NO PLACE LIKE HOME
The unrest among Newsday’s editorial ranks has reached a boiling point in recent weeks, say those interviewed for this story, and resulted in what they describe as an “unprecedented” staff-wide meeting with Henley, Krenek and Rich Rosen, the paper’s new managing editor, last week. By all accounts, the event was the first of its kind since the two Debbies took over about two years ago.
In the Newsday auditorium, complete with coffee, brownies and cookies, the trio tried to put to rest concerns about the paper’s direction, telling staffers that that their door was always open and that if a writer wondered what was up with a story, he or she only had to ask. These sessions were welcome, those interviewed for this story say, and the union that represents the reporters was particularly pleased. After all, it took the union’s informal involvement to help coax this new dialogue.
“We’re happy that we’re talking about making Newsday a better place,” says Zach Dowdy, vice president of the editorial unit of Local 406. “I think we explored several topics that were on the staff’s minds and the company addressed them.”
At union meetings leading up to the gathering, members had complained that they felt the current editors “have contempt” for the reporters, according to several who spoke to the Press.
“In the past when we had issues, there was always the sense that we were on the same team,” says one staffer. “For a lot of people that feeling doesn’t exist anymore.”
Over-the-top editing that errs on the side of caution is seen by some staffers as the reason that Suffolk County Executive Steve Levy was able to bully the paper into backing off scrutinizing his budgeting practices for years so that the $60 million deficit his successor, Steve Bellone, faces now came as such a shock this winter. The paper still hasn’t invested its vast resources into exploring where all that money went. Last summer Newsday’s top editors apparently bent over backwards to put Nassau County Executive Ed Mangano’s costly referendum for the Nassau Coliseum in the best light possible, supposedly in consideration of Cablevision’s sports interests, even going as far as downplaying—if not rewriting outright—a poll that showed the residents’ lack of support for the bond measure. More telling was The New York Times’ scoop of the Long Island Rail Road pension scam, in which unscrupulous workers and unethical doctors allegedly conspired to siphon off up to $1 billion in federal disability pension funds since 2000. The damning data for the story was originally compiled by Newsday reporters who could never get the story to run and later left to work for the Times. Charges in the pension scandal were finally filed last October.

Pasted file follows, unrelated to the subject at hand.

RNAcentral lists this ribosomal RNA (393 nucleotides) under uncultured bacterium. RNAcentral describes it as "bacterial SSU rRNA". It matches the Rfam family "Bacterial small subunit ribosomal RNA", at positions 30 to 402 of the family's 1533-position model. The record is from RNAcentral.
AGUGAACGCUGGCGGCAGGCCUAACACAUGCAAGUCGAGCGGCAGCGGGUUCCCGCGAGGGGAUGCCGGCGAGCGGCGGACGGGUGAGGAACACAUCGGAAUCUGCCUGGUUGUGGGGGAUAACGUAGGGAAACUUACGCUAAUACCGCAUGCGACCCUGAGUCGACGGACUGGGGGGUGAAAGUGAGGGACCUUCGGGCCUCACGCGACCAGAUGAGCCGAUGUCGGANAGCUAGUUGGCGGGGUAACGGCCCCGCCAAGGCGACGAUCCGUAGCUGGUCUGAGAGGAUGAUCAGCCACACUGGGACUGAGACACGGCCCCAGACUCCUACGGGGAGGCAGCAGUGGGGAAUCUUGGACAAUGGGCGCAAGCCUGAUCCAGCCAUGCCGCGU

“They’re more cautious about things and I think it goes back to sports,” blasts another longtime reporter, who admitted that the days when a typewriter could be flung across the room in anger are mercifully long gone. “Dolan didn’t want the Knicks criticized, and he told the sports writers he didn’t want them to use adjectives to describe the Knicks! How do you write sports without using adjectives? That’s ridiculous!”
Coincidentally or not, a number of Newsday’s award-winning sports-writing team have left the paper in the last few years. Wallace Matthews, now at ESPN, and Ken Davidoff, who’s now at the New York Post, are two. Both declined to comment for this story, though one Newsday sports writer had told the New York Observer in 2010 that the softer tone the Dolans sought in the section was “rank censorship. You can’t tell journalists that there are things to avoid and call it anything but censorship.”
It’s a description that still permeates the paper’s once-renowned sports section.
“Technically, in sports, we don’t have any more columnists,” says one current staffer. “There’s no such thing as a columnist anymore…. It’s not an opinionated thing. It’s more like a feature.”